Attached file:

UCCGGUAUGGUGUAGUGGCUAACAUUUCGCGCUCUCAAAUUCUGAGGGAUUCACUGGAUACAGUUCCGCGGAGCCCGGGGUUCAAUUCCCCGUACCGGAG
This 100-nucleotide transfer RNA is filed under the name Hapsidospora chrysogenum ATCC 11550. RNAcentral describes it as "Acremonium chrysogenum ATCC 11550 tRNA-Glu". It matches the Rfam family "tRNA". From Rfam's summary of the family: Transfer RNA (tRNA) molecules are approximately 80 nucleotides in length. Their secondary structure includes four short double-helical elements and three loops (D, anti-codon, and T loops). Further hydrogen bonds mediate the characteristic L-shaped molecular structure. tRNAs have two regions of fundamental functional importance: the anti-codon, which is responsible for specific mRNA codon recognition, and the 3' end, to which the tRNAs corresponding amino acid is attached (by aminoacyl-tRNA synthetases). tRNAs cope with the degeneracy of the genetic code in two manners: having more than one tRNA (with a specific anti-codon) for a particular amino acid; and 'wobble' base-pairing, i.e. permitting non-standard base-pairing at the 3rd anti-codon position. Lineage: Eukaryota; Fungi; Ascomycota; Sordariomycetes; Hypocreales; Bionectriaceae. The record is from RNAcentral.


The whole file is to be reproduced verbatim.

UCCGGUAUGGUGUAGUGGCUAACAUUUCGCGCUCUCAAAUUCUGAGGGAUUCACUGGAUACAGUUCCGCGGAGCCCGGGGUUCAAUUCCCCGUACCGGAG
This 100-nucleotide transfer RNA is filed under the name Hapsidospora chrysogenum ATCC 11550. RNAcentral describes it as "Acremonium chrysogenum ATCC 11550 tRNA-Glu". It matches the Rfam family "tRNA". From Rfam's summary of the family: Transfer RNA (tRNA) molecules are approximately 80 nucleotides in length. Their secondary structure includes four short double-helical elements and three loops (D, anti-codon, and T loops). Further hydrogen bonds mediate the characteristic L-shaped molecular structure. tRNAs have two regions of fundamental functional importance: the anti-codon, which is responsible for specific mRNA codon recognition, and the 3' end, to which the tRNAs corresponding amino acid is attached (by aminoacyl-tRNA synthetases). tRNAs cope with the degeneracy of the genetic code in two manners: having more than one tRNA (with a specific anti-codon) for a particular amino acid; and 'wobble' base-pairing, i.e. permitting non-standard base-pairing at the 3rd anti-codon position. Lineage: Eukaryota; Fungi; Ascomycota; Sordariomycetes; Hypocreales; Bionectriaceae. The record is from RNAcentral.